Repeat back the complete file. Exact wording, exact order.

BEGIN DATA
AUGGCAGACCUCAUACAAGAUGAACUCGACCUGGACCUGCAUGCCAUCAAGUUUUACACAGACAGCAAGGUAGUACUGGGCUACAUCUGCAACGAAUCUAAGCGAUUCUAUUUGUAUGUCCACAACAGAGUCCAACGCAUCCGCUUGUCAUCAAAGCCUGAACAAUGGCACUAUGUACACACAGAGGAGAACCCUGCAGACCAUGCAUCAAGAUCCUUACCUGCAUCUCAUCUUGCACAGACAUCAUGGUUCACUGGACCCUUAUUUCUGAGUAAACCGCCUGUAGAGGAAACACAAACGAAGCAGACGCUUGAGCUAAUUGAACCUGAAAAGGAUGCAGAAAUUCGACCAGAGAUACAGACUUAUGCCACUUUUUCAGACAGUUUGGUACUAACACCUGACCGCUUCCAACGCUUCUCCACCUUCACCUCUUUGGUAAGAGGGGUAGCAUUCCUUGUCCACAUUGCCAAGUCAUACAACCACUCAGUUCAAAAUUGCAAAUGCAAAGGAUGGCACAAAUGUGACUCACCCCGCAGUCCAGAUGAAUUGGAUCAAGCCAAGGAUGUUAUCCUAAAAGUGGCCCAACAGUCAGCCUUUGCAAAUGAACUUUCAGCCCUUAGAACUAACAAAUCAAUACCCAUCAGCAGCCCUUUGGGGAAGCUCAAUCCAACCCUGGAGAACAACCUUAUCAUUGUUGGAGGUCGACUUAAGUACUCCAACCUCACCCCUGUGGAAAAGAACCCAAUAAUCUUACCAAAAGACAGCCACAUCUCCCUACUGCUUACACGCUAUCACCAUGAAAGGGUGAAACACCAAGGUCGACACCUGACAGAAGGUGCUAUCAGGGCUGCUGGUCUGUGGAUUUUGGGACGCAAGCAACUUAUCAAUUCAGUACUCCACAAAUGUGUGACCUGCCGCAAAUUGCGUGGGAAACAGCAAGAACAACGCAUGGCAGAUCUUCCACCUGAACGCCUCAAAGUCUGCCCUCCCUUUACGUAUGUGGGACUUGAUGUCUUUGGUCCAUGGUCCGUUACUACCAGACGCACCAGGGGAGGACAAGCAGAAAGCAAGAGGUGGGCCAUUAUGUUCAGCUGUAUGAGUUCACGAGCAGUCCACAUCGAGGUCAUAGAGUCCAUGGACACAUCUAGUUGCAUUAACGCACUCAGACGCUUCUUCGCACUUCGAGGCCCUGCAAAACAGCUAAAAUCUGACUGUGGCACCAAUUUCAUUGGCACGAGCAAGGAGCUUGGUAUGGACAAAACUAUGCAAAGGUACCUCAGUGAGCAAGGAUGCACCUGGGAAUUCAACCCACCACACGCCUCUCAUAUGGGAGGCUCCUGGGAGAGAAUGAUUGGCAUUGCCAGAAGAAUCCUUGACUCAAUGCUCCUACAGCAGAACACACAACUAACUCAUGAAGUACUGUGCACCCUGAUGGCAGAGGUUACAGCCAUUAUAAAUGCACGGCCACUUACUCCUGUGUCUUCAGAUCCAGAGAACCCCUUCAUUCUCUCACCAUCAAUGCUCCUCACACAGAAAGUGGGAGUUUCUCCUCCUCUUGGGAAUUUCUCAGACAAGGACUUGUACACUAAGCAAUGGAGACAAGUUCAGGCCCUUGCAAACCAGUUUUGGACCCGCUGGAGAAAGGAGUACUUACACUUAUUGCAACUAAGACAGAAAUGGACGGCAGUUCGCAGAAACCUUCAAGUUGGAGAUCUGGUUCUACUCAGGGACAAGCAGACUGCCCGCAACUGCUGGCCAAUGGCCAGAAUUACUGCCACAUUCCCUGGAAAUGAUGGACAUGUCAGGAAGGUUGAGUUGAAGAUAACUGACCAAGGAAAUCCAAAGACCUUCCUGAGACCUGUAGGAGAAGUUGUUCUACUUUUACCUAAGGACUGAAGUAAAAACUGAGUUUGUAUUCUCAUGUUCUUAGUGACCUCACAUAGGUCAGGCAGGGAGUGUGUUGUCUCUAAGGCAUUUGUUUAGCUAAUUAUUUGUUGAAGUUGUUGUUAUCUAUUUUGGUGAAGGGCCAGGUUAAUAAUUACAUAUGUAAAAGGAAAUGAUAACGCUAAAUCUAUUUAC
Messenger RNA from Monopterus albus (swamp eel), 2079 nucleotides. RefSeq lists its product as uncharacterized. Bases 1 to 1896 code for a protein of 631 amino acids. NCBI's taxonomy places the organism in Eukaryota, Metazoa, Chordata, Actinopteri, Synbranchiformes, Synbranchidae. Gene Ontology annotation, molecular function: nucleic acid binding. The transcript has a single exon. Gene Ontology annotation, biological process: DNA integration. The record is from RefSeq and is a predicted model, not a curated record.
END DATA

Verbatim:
AUGGCAGACCUCAUACAAGAUGAACUCGACCUGGACCUGCAUGCCAUCAAGUUUUACACAGACAGCAAGGUAGUACUGGGCUACAUCUGCAACGAAUCUAAGCGAUUCUAUUUGUAUGUCCACAACAGAGUCCAACGCAUCCGCUUGUCAUCAAAGCCUGAACAAUGGCACUAUGUACACACAGAGGAGAACCCUGCAGACCAUGCAUCAAGAUCCUUACCUGCAUCUCAUCUUGCACAGACAUCAUGGUUCACUGGACCCUUAUUUCUGAGUAAACCGCCUGUAGAGGAAACACAAACGAAGCAGACGCUUGAGCUAAUUGAACCUGAAAAGGAUGCAGAAAUUCGACCAGAGAUACAGACUUAUGCCACUUUUUCAGACAGUUUGGUACUAACACCUGACCGCUUCCAACGCUUCUCCACCUUCACCUCUUUGGUAAGAGGGGUAGCAUUCCUUGUCCACAUUGCCAAGUCAUACAACCACUCAGUUCAAAAUUGCAAAUGCAAAGGAUGGCACAAAUGUGACUCACCCCGCAGUCCAGAUGAAUUGGAUCAAGCCAAGGAUGUUAUCCUAAAAGUGGCCCAACAGUCAGCCUUUGCAAAUGAACUUUCAGCCCUUAGAACUAACAAAUCAAUACCCAUCAGCAGCCCUUUGGGGAAGCUCAAUCCAACCCUGGAGAACAACCUUAUCAUUGUUGGAGGUCGACUUAAGUACUCCAACCUCACCCCUGUGGAAAAGAACCCAAUAAUCUUACCAAAAGACAGCCACAUCUCCCUACUGCUUACACGCUAUCACCAUGAAAGGGUGAAACACCAAGGUCGACACCUGACAGAAGGUGCUAUCAGGGCUGCUGGUCUGUGGAUUUUGGGACGCAAGCAACUUAUCAAUUCAGUACUCCACAAAUGUGUGACCUGCCGCAAAUUGCGUGGGAAACAGCAAGAACAACGCAUGGCAGAUCUUCCACCUGAACGCCUCAAAGUCUGCCCUCCCUUUACGUAUGUGGGACUUGAUGUCUUUGGUCCAUGGUCCGUUACUACCAGACGCACCAGGGGAGGACAAGCAGAAAGCAAGAGGUGGGCCAUUAUGUUCAGCUGUAUGAGUUCACGAGCAGUCCACAUCGAGGUCAUAGAGUCCAUGGACACAUCUAGUUGCAUUAACGCACUCAGACGCUUCUUCGCACUUCGAGGCCCUGCAAAACAGCUAAAAUCUGACUGUGGCACCAAUUUCAUUGGCACGAGCAAGGAGCUUGGUAUGGACAAAACUAUGCAAAGGUACCUCAGUGAGCAAGGAUGCACCUGGGAAUUCAACCCACCACACGCCUCUCAUAUGGGAGGCUCCUGGGAGAGAAUGAUUGGCAUUGCCAGAAGAAUCCUUGACUCAAUGCUCCUACAGCAGAACACACAACUAACUCAUGAAGUACUGUGCACCCUGAUGGCAGAGGUUACAGCCAUUAUAAAUGCACGGCCACUUACUCCUGUGUCUUCAGAUCCAGAGAACCCCUUCAUUCUCUCACCAUCAAUGCUCCUCACACAGAAAGUGGGAGUUUCUCCUCCUCUUGGGAAUUUCUCAGACAAGGACUUGUACACUAAGCAAUGGAGACAAGUUCAGGCCCUUGCAAACCAGUUUUGGACCCGCUGGAGAAAGGAGUACUUACACUUAUUGCAACUAAGACAGAAAUGGACGGCAGUUCGCAGAAACCUUCAAGUUGGAGAUCUGGUUCUACUCAGGGACAAGCAGACUGCCCGCAACUGCUGGCCAAUGGCCAGAAUUACUGCCACAUUCCCUGGAAAUGAUGGACAUGUCAGGAAGGUUGAGUUGAAGAUAACUGACCAAGGAAAUCCAAAGACCUUCCUGAGACCUGUAGGAGAAGUUGUUCUACUUUUACCUAAGGACUGAAGUAAAAACUGAGUUUGUAUUCUCAUGUUCUUAGUGACCUCACAUAGGUCAGGCAGGGAGUGUGUUGUCUCUAAGGCAUUUGUUUAGCUAAUUAUUUGUUGAAGUUGUUGUUAUCUAUUUUGGUGAAGGGCCAGGUUAAUAAUUACAUAUGUAAAAGGAAAUGAUAACGCUAAAUCUAUUUAC
Messenger RNA from Monopterus albus (swamp eel), 2079 nucleotides. RefSeq lists its product as uncharacterized. Bases 1 to 1896 code for a protein of 631 amino acids. NCBI's taxonomy places the organism in Eukaryota, Metazoa, Chordata, Actinopteri, Synbranchiformes, Synbranchidae. Gene Ontology annotation, molecular function: nucleic acid binding. The transcript has a single exon. Gene Ontology annotation, biological process: DNA integration. The record is from RefSeq and is a predicted model, not a curated record.